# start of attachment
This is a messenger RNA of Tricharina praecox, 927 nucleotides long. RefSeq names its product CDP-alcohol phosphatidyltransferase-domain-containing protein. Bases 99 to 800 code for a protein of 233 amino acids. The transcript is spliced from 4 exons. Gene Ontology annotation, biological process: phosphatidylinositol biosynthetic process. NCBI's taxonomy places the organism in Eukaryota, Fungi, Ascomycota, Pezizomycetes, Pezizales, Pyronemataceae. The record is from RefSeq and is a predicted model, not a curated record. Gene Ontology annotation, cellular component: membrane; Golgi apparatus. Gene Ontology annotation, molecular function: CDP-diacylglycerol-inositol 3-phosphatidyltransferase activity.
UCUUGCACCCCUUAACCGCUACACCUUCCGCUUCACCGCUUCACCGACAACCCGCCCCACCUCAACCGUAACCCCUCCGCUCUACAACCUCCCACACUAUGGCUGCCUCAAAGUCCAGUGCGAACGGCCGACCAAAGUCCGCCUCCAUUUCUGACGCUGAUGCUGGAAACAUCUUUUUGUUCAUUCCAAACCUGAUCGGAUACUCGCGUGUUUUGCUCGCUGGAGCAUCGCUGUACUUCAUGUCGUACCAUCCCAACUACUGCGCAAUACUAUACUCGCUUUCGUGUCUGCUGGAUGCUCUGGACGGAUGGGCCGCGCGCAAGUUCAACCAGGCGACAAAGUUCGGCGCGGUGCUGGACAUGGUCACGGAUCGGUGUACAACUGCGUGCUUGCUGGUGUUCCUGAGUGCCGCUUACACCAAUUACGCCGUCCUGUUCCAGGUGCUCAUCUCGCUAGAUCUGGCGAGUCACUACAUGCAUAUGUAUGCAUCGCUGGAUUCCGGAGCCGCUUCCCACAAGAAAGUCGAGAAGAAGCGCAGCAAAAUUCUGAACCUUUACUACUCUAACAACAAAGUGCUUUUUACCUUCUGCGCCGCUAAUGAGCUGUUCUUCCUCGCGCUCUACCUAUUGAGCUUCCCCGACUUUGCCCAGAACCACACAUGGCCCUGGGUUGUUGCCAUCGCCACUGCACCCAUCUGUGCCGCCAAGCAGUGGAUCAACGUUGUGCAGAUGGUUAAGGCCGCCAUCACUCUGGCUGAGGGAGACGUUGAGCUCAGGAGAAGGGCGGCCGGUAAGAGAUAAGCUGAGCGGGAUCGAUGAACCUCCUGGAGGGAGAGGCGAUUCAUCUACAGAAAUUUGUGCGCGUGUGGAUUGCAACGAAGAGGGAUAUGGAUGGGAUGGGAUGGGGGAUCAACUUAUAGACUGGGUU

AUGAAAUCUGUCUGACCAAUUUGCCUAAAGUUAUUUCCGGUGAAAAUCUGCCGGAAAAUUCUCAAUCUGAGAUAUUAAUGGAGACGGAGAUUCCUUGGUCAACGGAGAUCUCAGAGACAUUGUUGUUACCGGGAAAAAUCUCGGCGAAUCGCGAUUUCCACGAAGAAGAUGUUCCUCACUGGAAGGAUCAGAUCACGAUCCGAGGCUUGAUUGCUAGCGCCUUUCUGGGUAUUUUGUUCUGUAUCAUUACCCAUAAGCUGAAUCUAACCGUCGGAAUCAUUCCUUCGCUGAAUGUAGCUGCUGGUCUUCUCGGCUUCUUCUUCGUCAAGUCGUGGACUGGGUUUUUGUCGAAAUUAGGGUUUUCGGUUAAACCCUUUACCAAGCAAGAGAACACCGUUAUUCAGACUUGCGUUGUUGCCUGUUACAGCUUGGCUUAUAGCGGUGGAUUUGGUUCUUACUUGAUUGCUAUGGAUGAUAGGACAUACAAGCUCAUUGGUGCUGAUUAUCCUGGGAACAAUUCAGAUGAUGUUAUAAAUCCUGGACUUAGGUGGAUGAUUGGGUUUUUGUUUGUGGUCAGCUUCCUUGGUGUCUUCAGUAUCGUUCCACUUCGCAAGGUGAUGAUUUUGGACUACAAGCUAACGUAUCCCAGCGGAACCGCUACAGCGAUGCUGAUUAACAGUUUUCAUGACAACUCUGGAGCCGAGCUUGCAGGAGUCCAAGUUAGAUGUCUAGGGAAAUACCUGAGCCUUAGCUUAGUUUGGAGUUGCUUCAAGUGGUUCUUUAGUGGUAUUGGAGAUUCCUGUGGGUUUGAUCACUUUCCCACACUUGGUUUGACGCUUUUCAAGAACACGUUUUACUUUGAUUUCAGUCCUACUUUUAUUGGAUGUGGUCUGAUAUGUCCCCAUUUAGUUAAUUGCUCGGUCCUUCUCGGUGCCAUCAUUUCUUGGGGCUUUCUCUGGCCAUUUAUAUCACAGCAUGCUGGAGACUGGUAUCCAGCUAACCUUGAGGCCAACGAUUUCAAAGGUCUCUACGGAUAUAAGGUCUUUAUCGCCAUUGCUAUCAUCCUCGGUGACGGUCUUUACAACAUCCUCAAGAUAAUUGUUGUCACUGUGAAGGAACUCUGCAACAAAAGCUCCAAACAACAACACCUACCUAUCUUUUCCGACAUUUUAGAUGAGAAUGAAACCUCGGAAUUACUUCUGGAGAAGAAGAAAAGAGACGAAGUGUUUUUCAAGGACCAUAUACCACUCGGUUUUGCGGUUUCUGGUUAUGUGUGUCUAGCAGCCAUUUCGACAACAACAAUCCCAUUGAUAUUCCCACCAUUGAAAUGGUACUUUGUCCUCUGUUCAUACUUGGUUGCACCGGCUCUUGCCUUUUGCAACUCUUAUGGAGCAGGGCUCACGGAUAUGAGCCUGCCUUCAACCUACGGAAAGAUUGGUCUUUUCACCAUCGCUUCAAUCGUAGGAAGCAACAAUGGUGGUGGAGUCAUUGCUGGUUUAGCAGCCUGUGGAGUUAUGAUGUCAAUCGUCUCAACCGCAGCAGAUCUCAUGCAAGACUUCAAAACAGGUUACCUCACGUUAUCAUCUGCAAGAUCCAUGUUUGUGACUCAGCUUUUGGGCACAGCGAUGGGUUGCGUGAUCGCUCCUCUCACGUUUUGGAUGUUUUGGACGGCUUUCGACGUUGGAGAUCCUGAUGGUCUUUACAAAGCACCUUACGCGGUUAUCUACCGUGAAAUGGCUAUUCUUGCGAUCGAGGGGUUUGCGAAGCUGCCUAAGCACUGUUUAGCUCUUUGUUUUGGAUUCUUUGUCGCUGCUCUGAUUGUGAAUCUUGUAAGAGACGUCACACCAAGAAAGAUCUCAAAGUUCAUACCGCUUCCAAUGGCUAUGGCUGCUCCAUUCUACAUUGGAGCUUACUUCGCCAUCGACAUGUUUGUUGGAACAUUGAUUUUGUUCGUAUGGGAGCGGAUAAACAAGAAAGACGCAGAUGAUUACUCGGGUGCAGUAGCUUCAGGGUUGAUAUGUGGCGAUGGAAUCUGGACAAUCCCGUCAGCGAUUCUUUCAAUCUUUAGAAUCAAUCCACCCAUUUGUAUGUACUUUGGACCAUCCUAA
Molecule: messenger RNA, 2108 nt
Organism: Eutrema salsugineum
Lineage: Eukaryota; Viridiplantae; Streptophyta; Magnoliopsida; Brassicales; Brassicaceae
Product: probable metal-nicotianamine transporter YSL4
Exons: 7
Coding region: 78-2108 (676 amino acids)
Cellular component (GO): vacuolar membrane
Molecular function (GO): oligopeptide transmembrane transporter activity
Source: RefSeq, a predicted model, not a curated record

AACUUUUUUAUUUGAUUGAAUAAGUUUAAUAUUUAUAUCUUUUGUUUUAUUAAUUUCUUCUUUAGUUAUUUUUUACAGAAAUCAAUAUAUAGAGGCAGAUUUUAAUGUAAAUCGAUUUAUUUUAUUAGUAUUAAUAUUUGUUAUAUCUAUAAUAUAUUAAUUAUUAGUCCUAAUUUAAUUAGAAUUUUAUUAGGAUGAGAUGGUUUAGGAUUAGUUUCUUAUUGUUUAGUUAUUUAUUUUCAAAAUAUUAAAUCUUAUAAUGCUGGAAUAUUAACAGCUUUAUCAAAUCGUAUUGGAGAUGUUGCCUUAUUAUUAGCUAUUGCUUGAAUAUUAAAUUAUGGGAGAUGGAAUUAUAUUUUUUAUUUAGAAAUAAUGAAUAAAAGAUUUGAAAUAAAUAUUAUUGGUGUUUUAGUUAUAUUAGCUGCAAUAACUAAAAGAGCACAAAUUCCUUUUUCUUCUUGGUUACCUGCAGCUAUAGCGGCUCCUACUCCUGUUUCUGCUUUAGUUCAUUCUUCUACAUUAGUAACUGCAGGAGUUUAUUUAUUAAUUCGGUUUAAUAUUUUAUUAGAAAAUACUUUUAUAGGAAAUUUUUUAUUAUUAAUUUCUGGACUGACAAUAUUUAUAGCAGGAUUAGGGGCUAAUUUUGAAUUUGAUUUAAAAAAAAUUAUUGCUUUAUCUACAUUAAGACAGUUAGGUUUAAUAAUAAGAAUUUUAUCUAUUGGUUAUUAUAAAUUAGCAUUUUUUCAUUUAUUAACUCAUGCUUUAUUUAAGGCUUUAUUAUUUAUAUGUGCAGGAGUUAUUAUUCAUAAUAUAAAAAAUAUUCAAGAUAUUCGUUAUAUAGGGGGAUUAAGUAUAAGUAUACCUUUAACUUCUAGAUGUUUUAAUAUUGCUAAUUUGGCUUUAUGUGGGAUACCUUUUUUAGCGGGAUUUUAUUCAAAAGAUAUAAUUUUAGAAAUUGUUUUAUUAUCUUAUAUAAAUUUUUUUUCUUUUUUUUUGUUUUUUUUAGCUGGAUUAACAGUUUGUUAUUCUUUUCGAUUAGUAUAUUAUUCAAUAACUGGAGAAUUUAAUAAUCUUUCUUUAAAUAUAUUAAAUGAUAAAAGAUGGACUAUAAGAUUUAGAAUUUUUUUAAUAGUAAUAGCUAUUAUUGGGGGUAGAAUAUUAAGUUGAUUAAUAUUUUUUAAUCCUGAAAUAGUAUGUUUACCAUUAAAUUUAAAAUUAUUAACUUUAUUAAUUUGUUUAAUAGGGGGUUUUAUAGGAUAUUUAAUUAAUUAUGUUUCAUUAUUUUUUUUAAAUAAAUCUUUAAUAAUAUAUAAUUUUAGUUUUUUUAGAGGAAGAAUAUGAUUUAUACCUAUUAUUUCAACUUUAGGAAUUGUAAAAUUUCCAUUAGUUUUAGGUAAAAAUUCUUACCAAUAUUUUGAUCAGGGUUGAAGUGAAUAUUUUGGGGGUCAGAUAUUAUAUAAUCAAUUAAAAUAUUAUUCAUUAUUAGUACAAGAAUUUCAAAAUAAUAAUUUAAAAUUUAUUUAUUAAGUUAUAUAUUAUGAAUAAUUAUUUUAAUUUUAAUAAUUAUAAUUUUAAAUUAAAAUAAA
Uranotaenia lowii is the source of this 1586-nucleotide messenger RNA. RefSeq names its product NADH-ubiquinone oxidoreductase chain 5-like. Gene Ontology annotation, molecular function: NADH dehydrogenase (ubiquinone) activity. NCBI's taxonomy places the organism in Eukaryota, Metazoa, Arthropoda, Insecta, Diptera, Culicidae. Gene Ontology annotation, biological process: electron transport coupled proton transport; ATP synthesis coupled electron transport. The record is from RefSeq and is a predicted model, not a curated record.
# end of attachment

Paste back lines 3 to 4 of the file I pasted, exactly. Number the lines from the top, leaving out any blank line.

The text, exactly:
AUGAAAUCUGUCUGACCAAUUUGCCUAAAGUUAUUUCCGGUGAAAAUCUGCCGGAAAAUUCUCAAUCUGAGAUAUUAAUGGAGACGGAGAUUCCUUGGUCAACGGAGAUCUCAGAGACAUUGUUGUUACCGGGAAAAAUCUCGGCGAAUCGCGAUUUCCACGAAGAAGAUGUUCCUCACUGGAAGGAUCAGAUCACGAUCCGAGGCUUGAUUGCUAGCGCCUUUCUGGGUAUUUUGUUCUGUAUCAUUACCCAUAAGCUGAAUCUAACCGUCGGAAUCAUUCCUUCGCUGAAUGUAGCUGCUGGUCUUCUCGGCUUCUUCUUCGUCAAGUCGUGGACUGGGUUUUUGUCGAAAUUAGGGUUUUCGGUUAAACCCUUUACCAAGCAAGAGAACACCGUUAUUCAGACUUGCGUUGUUGCCUGUUACAGCUUGGCUUAUAGCGGUGGAUUUGGUUCUUACUUGAUUGCUAUGGAUGAUAGGACAUACAAGCUCAUUGGUGCUGAUUAUCCUGGGAACAAUUCAGAUGAUGUUAUAAAUCCUGGACUUAGGUGGAUGAUUGGGUUUUUGUUUGUGGUCAGCUUCCUUGGUGUCUUCAGUAUCGUUCCACUUCGCAAGGUGAUGAUUUUGGACUACAAGCUAACGUAUCCCAGCGGAACCGCUACAGCGAUGCUGAUUAACAGUUUUCAUGACAACUCUGGAGCCGAGCUUGCAGGAGUCCAAGUUAGAUGUCUAGGGAAAUACCUGAGCCUUAGCUUAGUUUGGAGUUGCUUCAAGUGGUUCUUUAGUGGUAUUGGAGAUUCCUGUGGGUUUGAUCACUUUCCCACACUUGGUUUGACGCUUUUCAAGAACACGUUUUACUUUGAUUUCAGUCCUACUUUUAUUGGAUGUGGUCUGAUAUGUCCCCAUUUAGUUAAUUGCUCGGUCCUUCUCGGUGCCAUCAUUUCUUGGGGCUUUCUCUGGCCAUUUAUAUCACAGCAUGCUGGAGACUGGUAUCCAGCUAACCUUGAGGCCAACGAUUUCAAAGGUCUCUACGGAUAUAAGGUCUUUAUCGCCAUUGCUAUCAUCCUCGGUGACGGUCUUUACAACAUCCUCAAGAUAAUUGUUGUCACUGUGAAGGAACUCUGCAACAAAAGCUCCAAACAACAACACCUACCUAUCUUUUCCGACAUUUUAGAUGAGAAUGAAACCUCGGAAUUACUUCUGGAGAAGAAGAAAAGAGACGAAGUGUUUUUCAAGGACCAUAUACCACUCGGUUUUGCGGUUUCUGGUUAUGUGUGUCUAGCAGCCAUUUCGACAACAACAAUCCCAUUGAUAUUCCCACCAUUGAAAUGGUACUUUGUCCUCUGUUCAUACUUGGUUGCACCGGCUCUUGCCUUUUGCAACUCUUAUGGAGCAGGGCUCACGGAUAUGAGCCUGCCUUCAACCUACGGAAAGAUUGGUCUUUUCACCAUCGCUUCAAUCGUAGGAAGCAACAAUGGUGGUGGAGUCAUUGCUGGUUUAGCAGCCUGUGGAGUUAUGAUGUCAAUCGUCUCAACCGCAGCAGAUCUCAUGCAAGACUUCAAAACAGGUUACCUCACGUUAUCAUCUGCAAGAUCCAUGUUUGUGACUCAGCUUUUGGGCACAGCGAUGGGUUGCGUGAUCGCUCCUCUCACGUUUUGGAUGUUUUGGACGGCUUUCGACGUUGGAGAUCCUGAUGGUCUUUACAAAGCACCUUACGCGGUUAUCUACCGUGAAAUGGCUAUUCUUGCGAUCGAGGGGUUUGCGAAGCUGCCUAAGCACUGUUUAGCUCUUUGUUUUGGAUUCUUUGUCGCUGCUCUGAUUGUGAAUCUUGUAAGAGACGUCACACCAAGAAAGAUCUCAAAGUUCAUACCGCUUCCAAUGGCUAUGGCUGCUCCAUUCUACAUUGGAGCUUACUUCGCCAUCGACAUGUUUGUUGGAACAUUGAUUUUGUUCGUAUGGGAGCGGAUAAACAAGAAAGACGCAGAUGAUUACUCGGGUGCAGUAGCUUCAGGGUUGAUAUGUGGCGAUGGAAUCUGGACAAUCCCGUCAGCGAUUCUUUCAAUCUUUAGAAUCAAUCCACCCAUUUGUAUGUACUUUGGACCAUCCUAA
Molecule: messenger RNA, 2108 nt